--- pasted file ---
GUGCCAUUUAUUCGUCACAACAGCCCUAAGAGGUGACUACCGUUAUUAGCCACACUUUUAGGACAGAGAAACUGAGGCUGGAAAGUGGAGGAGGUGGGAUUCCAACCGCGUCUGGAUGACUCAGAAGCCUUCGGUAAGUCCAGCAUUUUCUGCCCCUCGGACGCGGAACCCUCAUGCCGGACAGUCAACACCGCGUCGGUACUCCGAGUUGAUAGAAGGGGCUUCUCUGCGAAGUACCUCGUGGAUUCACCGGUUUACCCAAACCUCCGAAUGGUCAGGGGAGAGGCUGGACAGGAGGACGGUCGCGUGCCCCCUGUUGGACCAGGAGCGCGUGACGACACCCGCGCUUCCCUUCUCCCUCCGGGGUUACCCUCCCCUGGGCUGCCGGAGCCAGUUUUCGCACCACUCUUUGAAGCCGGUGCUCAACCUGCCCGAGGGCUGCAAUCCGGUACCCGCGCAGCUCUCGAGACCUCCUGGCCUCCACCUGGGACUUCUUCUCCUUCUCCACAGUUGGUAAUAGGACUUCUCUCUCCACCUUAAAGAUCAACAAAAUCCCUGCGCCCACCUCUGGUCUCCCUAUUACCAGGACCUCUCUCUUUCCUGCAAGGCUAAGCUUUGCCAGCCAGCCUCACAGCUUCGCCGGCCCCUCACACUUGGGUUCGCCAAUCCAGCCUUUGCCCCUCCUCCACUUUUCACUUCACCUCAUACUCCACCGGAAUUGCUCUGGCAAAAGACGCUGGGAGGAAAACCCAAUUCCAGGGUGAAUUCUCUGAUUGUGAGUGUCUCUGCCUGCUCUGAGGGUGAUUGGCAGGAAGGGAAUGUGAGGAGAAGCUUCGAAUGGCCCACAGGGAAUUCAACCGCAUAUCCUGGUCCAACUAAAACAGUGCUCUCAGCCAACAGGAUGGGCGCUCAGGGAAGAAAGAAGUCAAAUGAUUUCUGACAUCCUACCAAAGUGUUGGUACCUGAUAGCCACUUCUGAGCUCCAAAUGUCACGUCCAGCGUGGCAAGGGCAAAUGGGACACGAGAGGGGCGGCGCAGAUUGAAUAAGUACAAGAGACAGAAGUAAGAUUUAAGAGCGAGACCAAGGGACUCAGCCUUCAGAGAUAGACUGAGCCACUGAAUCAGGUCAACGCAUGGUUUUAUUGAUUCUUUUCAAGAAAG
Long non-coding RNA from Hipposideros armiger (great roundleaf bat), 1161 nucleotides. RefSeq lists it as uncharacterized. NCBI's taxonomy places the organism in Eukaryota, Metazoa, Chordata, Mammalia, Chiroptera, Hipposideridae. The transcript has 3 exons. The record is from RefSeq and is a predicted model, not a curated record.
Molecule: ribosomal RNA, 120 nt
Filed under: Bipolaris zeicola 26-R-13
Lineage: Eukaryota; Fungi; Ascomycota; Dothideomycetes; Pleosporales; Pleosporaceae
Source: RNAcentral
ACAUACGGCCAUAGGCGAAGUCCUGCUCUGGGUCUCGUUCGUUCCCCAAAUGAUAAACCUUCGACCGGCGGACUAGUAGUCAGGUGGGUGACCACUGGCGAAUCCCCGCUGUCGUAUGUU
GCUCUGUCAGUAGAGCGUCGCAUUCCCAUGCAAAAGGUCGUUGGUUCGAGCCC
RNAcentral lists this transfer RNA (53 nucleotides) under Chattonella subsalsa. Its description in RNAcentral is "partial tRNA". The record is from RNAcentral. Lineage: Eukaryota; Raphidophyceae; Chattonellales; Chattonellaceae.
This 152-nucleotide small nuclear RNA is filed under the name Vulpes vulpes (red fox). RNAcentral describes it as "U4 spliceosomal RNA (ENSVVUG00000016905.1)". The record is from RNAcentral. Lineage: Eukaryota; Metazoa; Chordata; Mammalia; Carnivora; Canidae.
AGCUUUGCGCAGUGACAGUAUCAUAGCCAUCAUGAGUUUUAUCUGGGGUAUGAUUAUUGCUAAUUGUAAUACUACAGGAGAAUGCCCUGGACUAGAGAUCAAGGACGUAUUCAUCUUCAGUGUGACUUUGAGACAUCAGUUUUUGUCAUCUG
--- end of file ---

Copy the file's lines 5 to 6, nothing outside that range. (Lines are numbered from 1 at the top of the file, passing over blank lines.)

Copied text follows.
Lineage: Eukaryota; Fungi; Ascomycota; Dothideomycetes; Pleosporales; Pleosporaceae
Source: RNAcentral